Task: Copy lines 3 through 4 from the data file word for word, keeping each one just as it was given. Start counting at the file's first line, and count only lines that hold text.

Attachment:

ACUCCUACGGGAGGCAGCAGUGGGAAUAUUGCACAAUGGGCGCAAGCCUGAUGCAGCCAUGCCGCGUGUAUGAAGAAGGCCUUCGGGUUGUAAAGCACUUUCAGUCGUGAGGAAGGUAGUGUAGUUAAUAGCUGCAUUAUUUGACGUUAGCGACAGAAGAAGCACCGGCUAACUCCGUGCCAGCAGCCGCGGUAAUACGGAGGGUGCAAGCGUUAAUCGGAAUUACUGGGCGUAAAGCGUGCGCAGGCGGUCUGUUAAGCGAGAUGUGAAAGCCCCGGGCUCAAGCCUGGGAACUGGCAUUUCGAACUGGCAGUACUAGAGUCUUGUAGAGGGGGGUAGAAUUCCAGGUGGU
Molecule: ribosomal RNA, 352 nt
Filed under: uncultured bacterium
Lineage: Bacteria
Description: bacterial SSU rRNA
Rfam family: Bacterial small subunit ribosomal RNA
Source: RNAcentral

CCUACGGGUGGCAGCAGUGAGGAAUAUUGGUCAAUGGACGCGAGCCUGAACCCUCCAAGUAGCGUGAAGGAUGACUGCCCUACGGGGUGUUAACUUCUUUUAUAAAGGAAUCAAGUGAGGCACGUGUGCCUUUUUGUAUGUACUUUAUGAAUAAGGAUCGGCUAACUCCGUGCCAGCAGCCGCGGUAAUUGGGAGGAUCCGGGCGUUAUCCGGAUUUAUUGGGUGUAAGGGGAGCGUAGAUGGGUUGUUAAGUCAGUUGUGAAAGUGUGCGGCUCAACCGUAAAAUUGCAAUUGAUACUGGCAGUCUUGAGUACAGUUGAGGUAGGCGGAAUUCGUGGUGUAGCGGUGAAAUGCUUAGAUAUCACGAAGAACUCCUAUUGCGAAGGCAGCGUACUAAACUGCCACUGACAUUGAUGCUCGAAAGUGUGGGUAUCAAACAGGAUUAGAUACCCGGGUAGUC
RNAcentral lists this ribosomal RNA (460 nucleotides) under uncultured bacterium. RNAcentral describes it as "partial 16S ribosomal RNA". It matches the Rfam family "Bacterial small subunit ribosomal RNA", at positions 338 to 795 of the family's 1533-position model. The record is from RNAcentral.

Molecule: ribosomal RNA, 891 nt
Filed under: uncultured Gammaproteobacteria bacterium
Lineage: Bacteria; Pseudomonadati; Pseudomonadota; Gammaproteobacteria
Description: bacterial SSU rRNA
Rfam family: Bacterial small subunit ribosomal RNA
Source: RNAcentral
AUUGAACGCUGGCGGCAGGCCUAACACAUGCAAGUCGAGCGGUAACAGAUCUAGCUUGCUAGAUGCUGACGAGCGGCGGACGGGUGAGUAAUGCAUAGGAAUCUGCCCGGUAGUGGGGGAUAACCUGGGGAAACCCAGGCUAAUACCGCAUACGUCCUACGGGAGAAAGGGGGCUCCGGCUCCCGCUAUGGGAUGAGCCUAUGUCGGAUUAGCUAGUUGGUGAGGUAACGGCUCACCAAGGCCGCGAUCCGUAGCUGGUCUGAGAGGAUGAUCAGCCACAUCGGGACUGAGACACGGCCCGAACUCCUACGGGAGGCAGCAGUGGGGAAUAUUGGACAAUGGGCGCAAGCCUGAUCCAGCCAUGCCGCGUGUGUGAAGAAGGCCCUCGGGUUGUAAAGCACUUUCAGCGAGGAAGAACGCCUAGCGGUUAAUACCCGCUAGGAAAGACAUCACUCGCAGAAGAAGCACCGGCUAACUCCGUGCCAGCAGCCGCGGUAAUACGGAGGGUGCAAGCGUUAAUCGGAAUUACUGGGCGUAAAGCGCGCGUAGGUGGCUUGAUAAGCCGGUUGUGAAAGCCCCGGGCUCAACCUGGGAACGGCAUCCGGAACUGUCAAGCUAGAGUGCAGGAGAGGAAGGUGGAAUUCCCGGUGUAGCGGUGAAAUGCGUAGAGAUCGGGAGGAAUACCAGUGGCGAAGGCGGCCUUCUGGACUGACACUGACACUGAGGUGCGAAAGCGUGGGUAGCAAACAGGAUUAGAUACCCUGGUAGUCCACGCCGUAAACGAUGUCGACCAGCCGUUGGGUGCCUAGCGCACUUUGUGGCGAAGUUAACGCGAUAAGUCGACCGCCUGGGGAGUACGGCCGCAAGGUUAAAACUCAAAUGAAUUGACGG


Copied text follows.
Filed under: uncultured bacterium
Lineage: Bacteria